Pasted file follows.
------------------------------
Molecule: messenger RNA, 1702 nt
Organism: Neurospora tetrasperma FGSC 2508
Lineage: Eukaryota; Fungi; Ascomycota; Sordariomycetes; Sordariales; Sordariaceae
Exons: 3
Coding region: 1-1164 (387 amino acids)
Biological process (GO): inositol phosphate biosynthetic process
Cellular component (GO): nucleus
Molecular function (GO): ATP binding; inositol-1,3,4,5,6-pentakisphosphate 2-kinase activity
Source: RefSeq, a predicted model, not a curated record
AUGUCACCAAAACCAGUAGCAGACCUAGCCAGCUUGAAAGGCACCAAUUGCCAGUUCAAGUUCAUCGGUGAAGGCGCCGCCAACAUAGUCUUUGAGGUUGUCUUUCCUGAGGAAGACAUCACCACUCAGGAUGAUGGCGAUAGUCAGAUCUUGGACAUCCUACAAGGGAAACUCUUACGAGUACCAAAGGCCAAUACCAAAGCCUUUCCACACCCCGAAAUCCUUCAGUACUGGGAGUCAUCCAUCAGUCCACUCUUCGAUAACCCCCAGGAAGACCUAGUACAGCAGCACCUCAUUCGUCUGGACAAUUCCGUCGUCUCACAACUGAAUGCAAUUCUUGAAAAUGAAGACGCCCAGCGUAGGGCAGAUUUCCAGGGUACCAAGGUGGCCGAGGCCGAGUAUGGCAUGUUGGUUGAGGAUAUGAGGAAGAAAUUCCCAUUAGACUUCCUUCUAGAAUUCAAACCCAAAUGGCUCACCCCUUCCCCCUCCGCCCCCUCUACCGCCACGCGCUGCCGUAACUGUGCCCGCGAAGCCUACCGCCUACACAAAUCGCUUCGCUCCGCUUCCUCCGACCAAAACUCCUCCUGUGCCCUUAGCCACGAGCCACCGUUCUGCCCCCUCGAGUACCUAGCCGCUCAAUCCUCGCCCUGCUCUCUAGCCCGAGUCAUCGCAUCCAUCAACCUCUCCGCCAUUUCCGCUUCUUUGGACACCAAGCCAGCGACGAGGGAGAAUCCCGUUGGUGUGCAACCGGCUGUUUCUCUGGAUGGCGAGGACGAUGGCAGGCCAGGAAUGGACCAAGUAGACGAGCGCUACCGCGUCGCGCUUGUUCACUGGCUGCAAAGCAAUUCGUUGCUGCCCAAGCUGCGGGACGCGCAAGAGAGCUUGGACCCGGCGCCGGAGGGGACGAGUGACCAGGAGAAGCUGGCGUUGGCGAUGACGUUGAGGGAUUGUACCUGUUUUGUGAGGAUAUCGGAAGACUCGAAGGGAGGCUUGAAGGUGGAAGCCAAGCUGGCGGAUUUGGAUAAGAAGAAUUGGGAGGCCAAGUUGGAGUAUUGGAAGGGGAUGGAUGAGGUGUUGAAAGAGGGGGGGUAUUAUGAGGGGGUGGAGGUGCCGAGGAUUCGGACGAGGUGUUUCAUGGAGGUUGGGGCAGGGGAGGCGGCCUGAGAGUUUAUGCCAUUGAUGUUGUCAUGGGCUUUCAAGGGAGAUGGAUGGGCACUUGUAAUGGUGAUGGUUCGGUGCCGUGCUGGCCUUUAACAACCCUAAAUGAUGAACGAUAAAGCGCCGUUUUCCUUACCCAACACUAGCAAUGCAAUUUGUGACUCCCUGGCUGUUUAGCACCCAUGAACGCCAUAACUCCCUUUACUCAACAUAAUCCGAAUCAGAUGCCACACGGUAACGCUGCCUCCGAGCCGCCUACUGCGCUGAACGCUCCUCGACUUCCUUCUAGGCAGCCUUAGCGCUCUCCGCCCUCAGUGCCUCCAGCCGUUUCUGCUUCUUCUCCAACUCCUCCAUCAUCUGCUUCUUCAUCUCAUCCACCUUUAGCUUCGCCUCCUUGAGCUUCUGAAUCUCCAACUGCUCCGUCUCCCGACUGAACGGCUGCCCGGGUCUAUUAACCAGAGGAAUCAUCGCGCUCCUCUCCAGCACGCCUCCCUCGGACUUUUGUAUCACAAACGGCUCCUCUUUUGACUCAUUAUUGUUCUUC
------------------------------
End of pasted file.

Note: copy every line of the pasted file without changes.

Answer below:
Molecule: messenger RNA, 1702 nt
Organism: Neurospora tetrasperma FGSC 2508
Lineage: Eukaryota; Fungi; Ascomycota; Sordariomycetes; Sordariales; Sordariaceae
Exons: 3
Coding region: 1-1164 (387 amino acids)
Biological process (GO): inositol phosphate biosynthetic process
Cellular component (GO): nucleus
Molecular function (GO): ATP binding; inositol-1,3,4,5,6-pentakisphosphate 2-kinase activity
Source: RefSeq, a predicted model, not a curated record
AUGUCACCAAAACCAGUAGCAGACCUAGCCAGCUUGAAAGGCACCAAUUGCCAGUUCAAGUUCAUCGGUGAAGGCGCCGCCAACAUAGUCUUUGAGGUUGUCUUUCCUGAGGAAGACAUCACCACUCAGGAUGAUGGCGAUAGUCAGAUCUUGGACAUCCUACAAGGGAAACUCUUACGAGUACCAAAGGCCAAUACCAAAGCCUUUCCACACCCCGAAAUCCUUCAGUACUGGGAGUCAUCCAUCAGUCCACUCUUCGAUAACCCCCAGGAAGACCUAGUACAGCAGCACCUCAUUCGUCUGGACAAUUCCGUCGUCUCACAACUGAAUGCAAUUCUUGAAAAUGAAGACGCCCAGCGUAGGGCAGAUUUCCAGGGUACCAAGGUGGCCGAGGCCGAGUAUGGCAUGUUGGUUGAGGAUAUGAGGAAGAAAUUCCCAUUAGACUUCCUUCUAGAAUUCAAACCCAAAUGGCUCACCCCUUCCCCCUCCGCCCCCUCUACCGCCACGCGCUGCCGUAACUGUGCCCGCGAAGCCUACCGCCUACACAAAUCGCUUCGCUCCGCUUCCUCCGACCAAAACUCCUCCUGUGCCCUUAGCCACGAGCCACCGUUCUGCCCCCUCGAGUACCUAGCCGCUCAAUCCUCGCCCUGCUCUCUAGCCCGAGUCAUCGCAUCCAUCAACCUCUCCGCCAUUUCCGCUUCUUUGGACACCAAGCCAGCGACGAGGGAGAAUCCCGUUGGUGUGCAACCGGCUGUUUCUCUGGAUGGCGAGGACGAUGGCAGGCCAGGAAUGGACCAAGUAGACGAGCGCUACCGCGUCGCGCUUGUUCACUGGCUGCAAAGCAAUUCGUUGCUGCCCAAGCUGCGGGACGCGCAAGAGAGCUUGGACCCGGCGCCGGAGGGGACGAGUGACCAGGAGAAGCUGGCGUUGGCGAUGACGUUGAGGGAUUGUACCUGUUUUGUGAGGAUAUCGGAAGACUCGAAGGGAGGCUUGAAGGUGGAAGCCAAGCUGGCGGAUUUGGAUAAGAAGAAUUGGGAGGCCAAGUUGGAGUAUUGGAAGGGGAUGGAUGAGGUGUUGAAAGAGGGGGGGUAUUAUGAGGGGGUGGAGGUGCCGAGGAUUCGGACGAGGUGUUUCAUGGAGGUUGGGGCAGGGGAGGCGGCCUGAGAGUUUAUGCCAUUGAUGUUGUCAUGGGCUUUCAAGGGAGAUGGAUGGGCACUUGUAAUGGUGAUGGUUCGGUGCCGUGCUGGCCUUUAACAACCCUAAAUGAUGAACGAUAAAGCGCCGUUUUCCUUACCCAACACUAGCAAUGCAAUUUGUGACUCCCUGGCUGUUUAGCACCCAUGAACGCCAUAACUCCCUUUACUCAACAUAAUCCGAAUCAGAUGCCACACGGUAACGCUGCCUCCGAGCCGCCUACUGCGCUGAACGCUCCUCGACUUCCUUCUAGGCAGCCUUAGCGCUCUCCGCCCUCAGUGCCUCCAGCCGUUUCUGCUUCUUCUCCAACUCCUCCAUCAUCUGCUUCUUCAUCUCAUCCACCUUUAGCUUCGCCUCCUUGAGCUUCUGAAUCUCCAACUGCUCCGUCUCCCGACUGAACGGCUGCCCGGGUCUAUUAACCAGAGGAAUCAUCGCGCUCCUCUCCAGCACGCCUCCCUCGGACUUUUGUAUCACAAACGGCUCCUCUUUUGACUCAUUAUUGUUCUUC